Every local community has a story, a history, and a unique personality that cannot be replicated. This is often thanks to specialized, small-scale businesses, like this one, which contribute to a neighborhood’s distinctive character and promote a thriving ecosystem in their community. Small, independent businesses offer diverse products and services, fostering economic resilience. When you buy local, you build local, and deepen your connection to your own community.
Strengthening the community begins by supporting and visiting local businesses like this one. To learn more about this business, check out their website or simply stop by, say hello, and discover—or rediscover—all that this business has to offer.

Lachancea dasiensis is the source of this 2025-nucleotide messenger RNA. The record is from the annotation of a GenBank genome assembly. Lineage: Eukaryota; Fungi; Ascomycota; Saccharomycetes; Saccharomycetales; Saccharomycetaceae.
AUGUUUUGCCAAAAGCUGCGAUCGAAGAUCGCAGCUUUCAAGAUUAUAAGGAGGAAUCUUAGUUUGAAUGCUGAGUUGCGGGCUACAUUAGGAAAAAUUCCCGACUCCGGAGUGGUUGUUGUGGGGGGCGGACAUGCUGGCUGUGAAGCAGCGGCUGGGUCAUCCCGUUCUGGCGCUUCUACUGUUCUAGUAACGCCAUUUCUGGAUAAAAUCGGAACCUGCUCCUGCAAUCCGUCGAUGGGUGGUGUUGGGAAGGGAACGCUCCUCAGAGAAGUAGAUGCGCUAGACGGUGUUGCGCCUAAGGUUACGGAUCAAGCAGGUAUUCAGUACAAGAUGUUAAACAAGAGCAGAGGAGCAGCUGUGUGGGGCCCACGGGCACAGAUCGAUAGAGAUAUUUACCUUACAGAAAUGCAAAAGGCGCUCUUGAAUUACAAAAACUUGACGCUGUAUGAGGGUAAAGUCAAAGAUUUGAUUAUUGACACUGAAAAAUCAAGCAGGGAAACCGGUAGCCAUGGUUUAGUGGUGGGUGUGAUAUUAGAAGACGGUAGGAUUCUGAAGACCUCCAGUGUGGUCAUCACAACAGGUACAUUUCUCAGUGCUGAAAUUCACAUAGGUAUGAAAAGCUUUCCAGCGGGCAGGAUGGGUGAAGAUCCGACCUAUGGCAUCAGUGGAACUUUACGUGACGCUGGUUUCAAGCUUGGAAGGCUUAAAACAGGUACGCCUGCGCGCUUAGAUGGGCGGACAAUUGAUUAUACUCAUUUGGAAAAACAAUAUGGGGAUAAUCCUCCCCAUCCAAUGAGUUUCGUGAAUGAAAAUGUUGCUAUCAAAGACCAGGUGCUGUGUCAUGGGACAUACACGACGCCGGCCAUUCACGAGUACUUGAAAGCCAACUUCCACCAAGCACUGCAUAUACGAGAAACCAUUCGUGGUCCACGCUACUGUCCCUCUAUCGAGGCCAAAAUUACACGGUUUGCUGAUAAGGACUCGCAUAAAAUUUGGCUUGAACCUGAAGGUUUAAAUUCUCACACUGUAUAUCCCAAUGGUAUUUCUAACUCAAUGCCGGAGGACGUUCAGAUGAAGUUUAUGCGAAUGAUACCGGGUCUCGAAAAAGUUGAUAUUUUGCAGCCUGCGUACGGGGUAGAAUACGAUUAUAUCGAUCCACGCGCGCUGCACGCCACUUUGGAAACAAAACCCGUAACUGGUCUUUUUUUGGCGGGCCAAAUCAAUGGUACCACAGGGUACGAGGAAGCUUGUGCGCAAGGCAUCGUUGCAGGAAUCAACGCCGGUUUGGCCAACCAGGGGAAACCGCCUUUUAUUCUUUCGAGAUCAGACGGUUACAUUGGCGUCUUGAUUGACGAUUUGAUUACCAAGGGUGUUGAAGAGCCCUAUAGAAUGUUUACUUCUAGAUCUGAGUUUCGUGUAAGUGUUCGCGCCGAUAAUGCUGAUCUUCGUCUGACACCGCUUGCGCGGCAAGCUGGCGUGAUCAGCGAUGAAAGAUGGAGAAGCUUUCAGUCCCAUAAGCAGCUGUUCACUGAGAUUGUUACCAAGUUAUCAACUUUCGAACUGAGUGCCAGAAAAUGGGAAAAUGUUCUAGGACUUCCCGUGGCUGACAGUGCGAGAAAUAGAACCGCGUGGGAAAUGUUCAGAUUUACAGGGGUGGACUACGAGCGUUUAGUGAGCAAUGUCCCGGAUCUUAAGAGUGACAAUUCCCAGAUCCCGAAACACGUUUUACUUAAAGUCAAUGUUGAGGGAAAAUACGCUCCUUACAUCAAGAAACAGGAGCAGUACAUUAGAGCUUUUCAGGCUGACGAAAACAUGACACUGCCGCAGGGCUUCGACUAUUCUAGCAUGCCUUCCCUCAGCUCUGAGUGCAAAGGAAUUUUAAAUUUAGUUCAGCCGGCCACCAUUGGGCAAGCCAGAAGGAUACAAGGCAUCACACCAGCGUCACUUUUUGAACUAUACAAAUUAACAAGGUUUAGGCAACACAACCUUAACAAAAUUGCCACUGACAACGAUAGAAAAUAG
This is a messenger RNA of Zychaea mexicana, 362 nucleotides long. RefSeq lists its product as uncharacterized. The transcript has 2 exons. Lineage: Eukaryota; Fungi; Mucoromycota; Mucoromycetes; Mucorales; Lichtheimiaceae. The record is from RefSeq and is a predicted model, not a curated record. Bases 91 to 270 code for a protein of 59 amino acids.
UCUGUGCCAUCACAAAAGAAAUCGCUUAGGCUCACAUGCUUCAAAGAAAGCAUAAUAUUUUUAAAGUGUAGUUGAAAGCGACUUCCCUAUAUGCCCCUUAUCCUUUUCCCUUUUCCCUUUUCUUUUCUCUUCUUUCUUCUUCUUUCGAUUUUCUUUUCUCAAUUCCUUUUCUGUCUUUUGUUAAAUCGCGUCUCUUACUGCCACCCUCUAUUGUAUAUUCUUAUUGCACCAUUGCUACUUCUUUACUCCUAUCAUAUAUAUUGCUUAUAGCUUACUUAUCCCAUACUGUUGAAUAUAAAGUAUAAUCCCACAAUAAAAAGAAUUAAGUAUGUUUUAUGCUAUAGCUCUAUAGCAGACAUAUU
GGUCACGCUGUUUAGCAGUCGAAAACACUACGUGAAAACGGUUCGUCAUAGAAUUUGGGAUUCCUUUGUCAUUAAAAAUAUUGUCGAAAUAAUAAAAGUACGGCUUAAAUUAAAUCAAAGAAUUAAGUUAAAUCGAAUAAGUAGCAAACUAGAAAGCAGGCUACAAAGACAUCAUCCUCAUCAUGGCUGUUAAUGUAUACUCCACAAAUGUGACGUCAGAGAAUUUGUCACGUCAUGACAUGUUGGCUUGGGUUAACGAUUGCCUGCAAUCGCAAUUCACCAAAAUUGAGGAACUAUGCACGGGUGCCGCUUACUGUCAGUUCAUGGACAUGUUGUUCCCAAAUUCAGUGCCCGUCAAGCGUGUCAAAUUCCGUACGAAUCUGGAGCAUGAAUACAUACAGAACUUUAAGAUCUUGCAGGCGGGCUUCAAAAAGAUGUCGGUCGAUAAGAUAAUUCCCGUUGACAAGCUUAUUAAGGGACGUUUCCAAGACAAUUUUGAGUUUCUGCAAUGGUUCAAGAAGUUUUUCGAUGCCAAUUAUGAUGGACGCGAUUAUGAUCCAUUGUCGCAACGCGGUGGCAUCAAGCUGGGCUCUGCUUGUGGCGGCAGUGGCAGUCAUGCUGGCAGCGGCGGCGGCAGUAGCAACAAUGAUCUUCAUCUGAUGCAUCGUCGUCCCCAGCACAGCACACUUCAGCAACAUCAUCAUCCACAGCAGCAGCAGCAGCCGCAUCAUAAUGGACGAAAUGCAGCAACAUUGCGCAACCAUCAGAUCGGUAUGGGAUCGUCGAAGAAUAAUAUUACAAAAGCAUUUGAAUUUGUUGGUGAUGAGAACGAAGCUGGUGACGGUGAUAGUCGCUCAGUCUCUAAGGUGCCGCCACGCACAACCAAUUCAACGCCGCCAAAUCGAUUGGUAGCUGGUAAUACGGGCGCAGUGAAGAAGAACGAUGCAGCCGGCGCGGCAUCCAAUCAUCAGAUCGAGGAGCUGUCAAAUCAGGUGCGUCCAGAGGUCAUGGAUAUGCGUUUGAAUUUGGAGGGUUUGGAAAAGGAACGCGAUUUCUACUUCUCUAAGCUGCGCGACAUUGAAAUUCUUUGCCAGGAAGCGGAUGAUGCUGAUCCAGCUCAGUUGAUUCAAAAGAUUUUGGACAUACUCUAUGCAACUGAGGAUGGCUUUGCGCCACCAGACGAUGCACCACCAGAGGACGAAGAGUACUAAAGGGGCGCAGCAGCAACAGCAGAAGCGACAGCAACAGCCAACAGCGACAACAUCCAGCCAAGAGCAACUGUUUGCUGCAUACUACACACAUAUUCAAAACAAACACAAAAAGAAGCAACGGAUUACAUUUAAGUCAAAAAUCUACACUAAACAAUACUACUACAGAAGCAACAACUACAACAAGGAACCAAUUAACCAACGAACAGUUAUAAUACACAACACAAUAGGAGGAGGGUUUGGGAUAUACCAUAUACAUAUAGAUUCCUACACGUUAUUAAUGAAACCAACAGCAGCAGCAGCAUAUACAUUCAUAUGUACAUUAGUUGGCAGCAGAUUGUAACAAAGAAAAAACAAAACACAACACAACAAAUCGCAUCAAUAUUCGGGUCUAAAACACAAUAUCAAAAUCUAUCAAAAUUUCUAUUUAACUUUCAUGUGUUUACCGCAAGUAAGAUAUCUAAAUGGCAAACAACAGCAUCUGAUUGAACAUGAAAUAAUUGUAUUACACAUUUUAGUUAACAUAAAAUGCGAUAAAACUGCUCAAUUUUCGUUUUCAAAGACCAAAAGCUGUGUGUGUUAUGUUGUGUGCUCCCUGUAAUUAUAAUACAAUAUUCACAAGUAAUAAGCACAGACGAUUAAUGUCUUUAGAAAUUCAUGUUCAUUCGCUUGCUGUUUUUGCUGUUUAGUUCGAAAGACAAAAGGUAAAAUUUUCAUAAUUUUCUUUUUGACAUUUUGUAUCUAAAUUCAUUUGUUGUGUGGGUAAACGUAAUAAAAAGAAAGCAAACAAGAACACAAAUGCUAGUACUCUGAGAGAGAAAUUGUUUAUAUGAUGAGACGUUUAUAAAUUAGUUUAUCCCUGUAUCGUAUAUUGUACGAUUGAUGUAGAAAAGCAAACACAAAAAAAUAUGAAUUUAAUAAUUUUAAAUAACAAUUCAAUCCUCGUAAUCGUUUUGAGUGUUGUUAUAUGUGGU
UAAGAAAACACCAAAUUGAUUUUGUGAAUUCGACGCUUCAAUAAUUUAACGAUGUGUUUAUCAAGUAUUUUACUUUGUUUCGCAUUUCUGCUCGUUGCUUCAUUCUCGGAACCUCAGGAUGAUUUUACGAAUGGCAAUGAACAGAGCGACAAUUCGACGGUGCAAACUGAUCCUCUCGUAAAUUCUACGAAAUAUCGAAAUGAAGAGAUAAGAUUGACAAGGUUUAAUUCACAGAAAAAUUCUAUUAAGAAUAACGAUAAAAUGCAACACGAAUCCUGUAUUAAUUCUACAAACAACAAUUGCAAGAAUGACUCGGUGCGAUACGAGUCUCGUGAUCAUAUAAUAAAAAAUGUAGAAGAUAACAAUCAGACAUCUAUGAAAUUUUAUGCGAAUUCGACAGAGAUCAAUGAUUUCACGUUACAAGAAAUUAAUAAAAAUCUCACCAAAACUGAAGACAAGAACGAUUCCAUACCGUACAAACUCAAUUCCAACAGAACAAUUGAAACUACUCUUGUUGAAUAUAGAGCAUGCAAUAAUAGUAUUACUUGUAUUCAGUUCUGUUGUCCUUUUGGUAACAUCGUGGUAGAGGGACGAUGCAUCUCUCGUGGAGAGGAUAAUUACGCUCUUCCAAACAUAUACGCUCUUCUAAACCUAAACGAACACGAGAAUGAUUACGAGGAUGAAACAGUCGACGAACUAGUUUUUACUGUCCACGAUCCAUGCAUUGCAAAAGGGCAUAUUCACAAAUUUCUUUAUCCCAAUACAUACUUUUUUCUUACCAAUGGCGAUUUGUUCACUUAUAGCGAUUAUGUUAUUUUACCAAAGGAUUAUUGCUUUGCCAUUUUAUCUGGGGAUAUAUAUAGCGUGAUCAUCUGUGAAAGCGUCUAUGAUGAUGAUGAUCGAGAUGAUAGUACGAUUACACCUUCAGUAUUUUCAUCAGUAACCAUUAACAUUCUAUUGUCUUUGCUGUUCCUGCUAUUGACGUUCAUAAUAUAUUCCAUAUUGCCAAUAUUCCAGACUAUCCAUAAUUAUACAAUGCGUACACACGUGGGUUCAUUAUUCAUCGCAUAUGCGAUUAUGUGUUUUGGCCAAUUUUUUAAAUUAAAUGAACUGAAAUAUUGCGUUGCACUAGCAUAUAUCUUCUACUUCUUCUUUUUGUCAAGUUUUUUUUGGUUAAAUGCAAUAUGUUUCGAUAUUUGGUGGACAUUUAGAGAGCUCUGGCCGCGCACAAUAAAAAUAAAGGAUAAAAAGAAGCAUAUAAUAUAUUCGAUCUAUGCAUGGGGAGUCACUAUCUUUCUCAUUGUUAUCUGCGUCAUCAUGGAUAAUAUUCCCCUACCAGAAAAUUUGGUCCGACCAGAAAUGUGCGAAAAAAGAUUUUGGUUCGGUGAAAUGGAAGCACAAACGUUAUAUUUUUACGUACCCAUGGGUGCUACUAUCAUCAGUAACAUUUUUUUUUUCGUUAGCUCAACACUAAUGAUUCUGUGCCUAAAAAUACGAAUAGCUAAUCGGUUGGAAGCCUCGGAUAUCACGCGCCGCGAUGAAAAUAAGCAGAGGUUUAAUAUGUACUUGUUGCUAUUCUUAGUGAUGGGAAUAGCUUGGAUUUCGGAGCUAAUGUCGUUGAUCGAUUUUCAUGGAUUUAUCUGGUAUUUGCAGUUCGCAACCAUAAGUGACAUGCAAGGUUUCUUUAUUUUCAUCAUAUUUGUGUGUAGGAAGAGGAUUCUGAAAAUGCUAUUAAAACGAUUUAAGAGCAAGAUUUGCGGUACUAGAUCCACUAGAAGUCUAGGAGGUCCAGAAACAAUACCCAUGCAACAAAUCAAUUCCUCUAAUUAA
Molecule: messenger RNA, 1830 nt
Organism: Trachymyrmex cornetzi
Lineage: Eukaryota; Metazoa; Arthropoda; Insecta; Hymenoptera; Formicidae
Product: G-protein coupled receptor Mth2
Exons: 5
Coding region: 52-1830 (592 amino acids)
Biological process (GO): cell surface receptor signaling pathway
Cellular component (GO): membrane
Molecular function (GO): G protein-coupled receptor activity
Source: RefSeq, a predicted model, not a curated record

Did You Know?
- 48 cents of every dollar spent at a locally owned retail business goes back into the local community. That’s more than three times the amount that local economies recover from chain retailers — Civic Economics’ 2012 survey of local businesses
- Local businesses have generated 65% of the country’s net new jobs over the past 17 years — US Small Business Administration
It took some time for Michelle Arce-Railey to adjust to the slower pace of life in Denver. Having graduated from the Swedish Institute and worked at luxury spas in the St. Regis Hotel and Four Seasons in New York City, she was used to dealing with tense Manhattanites. All of this prepared her—and then some—for her job as the licensed massage therapist at AVIV Wellness, where today she soothes anxieties with integrated Swedish and deep-tissue techniques. Joining her at AVIV is licensed aesthetician Christine Newheart, who also worked at the St. Regis and whose holistic facials thoroughly cleanse skin with NYR Organic products.